OHS students excited to participate in election for first time


Eve Gershon, Staff Writer

This year, many students at OHS find themselves with a voice, and are able to act on their opinions that were previously restricted to debates with peers. This year, a small portion of OHS is finally eligible to vote.

“It’s nice to finally be able to have your opinion matter on a larger scale than just who you talk to,” senior Sean Brown said. “I mean, you never really thought that you’d be able to vote, but it’s pretty neat.”

Senior Duncan Graeber is looking forward to voting as well.

“I’m pretty excited. I’ve looked forward to this for a long time and to be able to choose who I want to be the president is pretty cool,” Graeber said.

Senior Lauren Telford feels similarly, but she also believes that she is not yet old enough to know about the candidates and their past experiences.

“I think it’s cool that I have an opinion,” senior Lauren Telford said. “I still feel kind of young, though, because I’m not fully educated on either of the candidates. If I was older, I would probably have more knowledge of them and what they’ve done in the past.”

Although it may seem daunting to be a part of the system that will determine the country’s president, Telford has made sure to stay on top of her research, taking her time to consider each candidate.

“At first, my parents were telling me to vote for Trump, but I did my own research, and I watched the [first] debate—it was mainly the debate that made me choose Hillary,” Telford said.

While paying attention is important, it is not always easy to discern fact from fiction, especially when opposing views await around every twist and turn leading up to the election.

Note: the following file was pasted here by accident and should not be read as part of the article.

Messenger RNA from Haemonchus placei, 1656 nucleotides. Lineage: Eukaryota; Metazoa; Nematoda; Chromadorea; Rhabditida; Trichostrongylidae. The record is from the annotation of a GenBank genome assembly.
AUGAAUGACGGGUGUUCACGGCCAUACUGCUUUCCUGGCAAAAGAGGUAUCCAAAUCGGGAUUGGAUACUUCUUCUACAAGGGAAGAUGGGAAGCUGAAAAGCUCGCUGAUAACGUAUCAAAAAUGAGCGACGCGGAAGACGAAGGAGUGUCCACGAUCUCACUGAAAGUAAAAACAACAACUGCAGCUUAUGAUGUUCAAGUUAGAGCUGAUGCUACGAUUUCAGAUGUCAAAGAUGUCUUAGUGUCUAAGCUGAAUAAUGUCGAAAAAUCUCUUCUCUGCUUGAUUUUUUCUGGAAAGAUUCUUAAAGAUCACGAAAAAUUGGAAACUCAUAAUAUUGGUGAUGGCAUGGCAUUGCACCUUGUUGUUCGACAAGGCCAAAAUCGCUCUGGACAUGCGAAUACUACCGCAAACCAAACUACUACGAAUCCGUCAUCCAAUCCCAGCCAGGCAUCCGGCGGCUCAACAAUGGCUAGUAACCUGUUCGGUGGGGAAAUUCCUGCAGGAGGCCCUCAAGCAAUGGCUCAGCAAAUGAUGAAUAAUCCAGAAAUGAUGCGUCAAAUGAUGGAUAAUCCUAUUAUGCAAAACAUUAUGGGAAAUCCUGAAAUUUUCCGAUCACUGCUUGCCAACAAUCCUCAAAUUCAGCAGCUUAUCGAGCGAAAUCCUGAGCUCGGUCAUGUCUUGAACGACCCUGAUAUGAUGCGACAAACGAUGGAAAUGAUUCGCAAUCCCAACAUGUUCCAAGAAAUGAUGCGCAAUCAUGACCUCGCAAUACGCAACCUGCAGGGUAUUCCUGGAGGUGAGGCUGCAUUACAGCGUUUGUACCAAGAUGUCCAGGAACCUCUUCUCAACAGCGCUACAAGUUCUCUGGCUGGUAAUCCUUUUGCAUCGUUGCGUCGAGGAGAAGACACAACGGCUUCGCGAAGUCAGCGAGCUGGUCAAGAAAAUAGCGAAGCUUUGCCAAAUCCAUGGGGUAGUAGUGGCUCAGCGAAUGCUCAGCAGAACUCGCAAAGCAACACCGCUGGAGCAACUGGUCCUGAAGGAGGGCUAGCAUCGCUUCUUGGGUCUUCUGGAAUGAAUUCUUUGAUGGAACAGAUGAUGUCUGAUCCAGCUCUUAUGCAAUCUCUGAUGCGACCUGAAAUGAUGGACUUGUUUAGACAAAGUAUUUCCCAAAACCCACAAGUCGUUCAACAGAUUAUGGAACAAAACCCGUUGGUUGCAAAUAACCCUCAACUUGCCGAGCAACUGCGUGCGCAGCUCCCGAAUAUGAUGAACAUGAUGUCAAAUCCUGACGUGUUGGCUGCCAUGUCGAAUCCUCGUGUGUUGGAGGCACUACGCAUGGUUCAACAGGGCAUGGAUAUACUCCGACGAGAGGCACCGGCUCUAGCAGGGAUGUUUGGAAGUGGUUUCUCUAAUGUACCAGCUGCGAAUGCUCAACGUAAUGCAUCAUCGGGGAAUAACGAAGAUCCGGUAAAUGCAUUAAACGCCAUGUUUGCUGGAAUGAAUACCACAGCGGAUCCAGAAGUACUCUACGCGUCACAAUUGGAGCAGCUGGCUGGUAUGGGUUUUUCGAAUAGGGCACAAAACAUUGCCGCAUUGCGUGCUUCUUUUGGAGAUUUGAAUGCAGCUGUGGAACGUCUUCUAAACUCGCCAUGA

“I’ve tried to stay away from what people say on Twitter because I know most of that is not factual,” Telford said.

While Brown admits to using Twitter along with the news in keeping up with the debates, he agrees with Telford’s position.

“My vision of what this country is and what I think that it should be—I think Hillary fits that vision better than Donald Trump,” Brown said.

Senior Kelliann Camp sees things differently. She will be voting for Donald Trump in the upcoming election. Camp believes that if illegal immigration had been dealt with earlier, proposed actions might not have had to have been so extreme.

“I believe his views on illegal immigration are correct, and they should have been solved a long time ago,” Camp said.

Graeber will also be voting for Trump in the upcoming election.

“I agree with most of everything he stands for, with the exception of a few things,” Graeber said. “I think he could potentially be a great president and lead the U.S.A. out of this debt that we are in.”

Before the presidential candidates were down to the final two, various primary elections were held. Although many people do not realize this, anyone who will turn eighteen before the final election for president can vote in the primaries.

“I did not know I could until they were done because I was still seventeen,” Telford said.

Another misconception is the difficulty of registering to vote.

“It was really easy,” Brown said. “It took like five seconds.”

In the end, all four of the seniors, no matter whom they are voting for or whether or not they voted in the primaries, are ready to have a say. They will no longer watch by the sidelines while someone else determines their futures.

“I’m still really young, but I like having a voice,” Camp said. “It’s pretty great having that power now.”